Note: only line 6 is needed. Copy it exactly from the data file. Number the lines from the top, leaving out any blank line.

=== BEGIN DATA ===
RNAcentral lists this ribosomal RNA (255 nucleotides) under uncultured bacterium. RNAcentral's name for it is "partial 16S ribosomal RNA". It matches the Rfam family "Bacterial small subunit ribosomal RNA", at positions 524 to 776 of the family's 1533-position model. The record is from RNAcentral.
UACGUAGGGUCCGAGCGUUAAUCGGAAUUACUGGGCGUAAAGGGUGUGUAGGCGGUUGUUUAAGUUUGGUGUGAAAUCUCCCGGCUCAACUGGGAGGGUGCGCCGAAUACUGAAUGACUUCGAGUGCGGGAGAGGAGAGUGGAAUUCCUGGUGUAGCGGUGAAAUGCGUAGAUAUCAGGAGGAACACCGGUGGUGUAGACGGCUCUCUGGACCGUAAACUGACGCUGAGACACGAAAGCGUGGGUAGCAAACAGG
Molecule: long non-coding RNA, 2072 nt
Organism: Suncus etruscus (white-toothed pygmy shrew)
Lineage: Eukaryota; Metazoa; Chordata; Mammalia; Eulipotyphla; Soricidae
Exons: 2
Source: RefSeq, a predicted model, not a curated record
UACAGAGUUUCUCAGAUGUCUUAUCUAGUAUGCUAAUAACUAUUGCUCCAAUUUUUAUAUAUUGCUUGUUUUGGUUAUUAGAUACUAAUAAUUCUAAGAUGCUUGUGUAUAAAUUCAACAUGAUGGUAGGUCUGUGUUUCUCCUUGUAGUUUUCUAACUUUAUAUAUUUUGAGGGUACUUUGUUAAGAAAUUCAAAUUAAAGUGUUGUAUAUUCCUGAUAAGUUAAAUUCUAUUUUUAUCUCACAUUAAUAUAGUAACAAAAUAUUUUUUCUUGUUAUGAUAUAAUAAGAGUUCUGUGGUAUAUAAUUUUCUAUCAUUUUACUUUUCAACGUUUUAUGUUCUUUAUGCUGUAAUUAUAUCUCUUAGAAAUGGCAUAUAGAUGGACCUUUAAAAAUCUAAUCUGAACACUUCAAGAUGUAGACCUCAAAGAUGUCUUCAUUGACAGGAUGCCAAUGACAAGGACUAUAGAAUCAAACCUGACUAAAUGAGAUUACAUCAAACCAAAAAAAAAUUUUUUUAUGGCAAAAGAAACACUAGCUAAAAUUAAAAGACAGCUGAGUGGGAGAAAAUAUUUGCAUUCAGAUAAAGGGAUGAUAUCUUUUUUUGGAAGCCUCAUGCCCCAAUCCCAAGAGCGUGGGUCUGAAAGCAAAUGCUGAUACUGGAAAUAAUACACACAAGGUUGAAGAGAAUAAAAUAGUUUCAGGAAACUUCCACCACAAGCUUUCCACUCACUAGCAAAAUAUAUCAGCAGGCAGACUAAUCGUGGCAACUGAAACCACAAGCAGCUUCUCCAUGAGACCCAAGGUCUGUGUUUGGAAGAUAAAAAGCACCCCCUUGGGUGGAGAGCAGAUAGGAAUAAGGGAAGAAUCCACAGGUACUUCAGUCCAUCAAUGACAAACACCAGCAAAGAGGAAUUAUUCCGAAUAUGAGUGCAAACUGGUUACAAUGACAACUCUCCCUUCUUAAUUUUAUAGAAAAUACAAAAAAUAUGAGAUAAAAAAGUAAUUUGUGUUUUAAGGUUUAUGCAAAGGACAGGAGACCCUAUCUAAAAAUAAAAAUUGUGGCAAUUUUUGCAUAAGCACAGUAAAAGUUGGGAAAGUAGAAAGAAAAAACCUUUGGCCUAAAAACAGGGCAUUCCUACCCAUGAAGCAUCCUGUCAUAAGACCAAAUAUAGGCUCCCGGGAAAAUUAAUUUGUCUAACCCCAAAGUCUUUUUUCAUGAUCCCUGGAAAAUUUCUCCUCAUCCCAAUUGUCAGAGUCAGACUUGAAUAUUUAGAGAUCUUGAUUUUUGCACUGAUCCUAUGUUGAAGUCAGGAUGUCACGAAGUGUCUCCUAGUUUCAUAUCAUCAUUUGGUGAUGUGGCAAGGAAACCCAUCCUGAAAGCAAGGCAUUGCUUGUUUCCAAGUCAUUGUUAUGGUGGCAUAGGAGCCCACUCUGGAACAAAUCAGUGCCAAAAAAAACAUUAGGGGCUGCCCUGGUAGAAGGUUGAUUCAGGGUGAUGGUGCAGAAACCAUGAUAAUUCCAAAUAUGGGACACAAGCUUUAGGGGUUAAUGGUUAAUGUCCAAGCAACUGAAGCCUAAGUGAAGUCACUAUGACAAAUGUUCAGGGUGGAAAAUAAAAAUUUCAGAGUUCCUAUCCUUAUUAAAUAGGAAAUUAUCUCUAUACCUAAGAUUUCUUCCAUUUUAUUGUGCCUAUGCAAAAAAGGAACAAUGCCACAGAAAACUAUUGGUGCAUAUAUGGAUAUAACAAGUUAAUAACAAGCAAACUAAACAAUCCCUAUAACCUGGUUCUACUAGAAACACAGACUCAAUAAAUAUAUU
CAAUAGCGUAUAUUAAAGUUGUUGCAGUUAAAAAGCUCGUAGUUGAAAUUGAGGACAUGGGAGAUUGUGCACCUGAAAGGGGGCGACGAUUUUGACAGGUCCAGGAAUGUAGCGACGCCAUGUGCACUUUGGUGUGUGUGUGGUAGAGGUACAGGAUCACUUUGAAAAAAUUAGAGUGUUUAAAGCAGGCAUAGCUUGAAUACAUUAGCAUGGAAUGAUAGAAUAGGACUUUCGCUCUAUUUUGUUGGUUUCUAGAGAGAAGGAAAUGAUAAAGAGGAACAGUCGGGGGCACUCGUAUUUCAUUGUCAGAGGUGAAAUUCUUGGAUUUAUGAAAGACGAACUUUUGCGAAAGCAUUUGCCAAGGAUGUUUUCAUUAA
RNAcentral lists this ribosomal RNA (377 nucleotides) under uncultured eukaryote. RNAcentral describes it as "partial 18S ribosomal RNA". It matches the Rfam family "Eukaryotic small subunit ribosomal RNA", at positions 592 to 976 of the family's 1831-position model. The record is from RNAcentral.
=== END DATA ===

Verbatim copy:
Exons: 2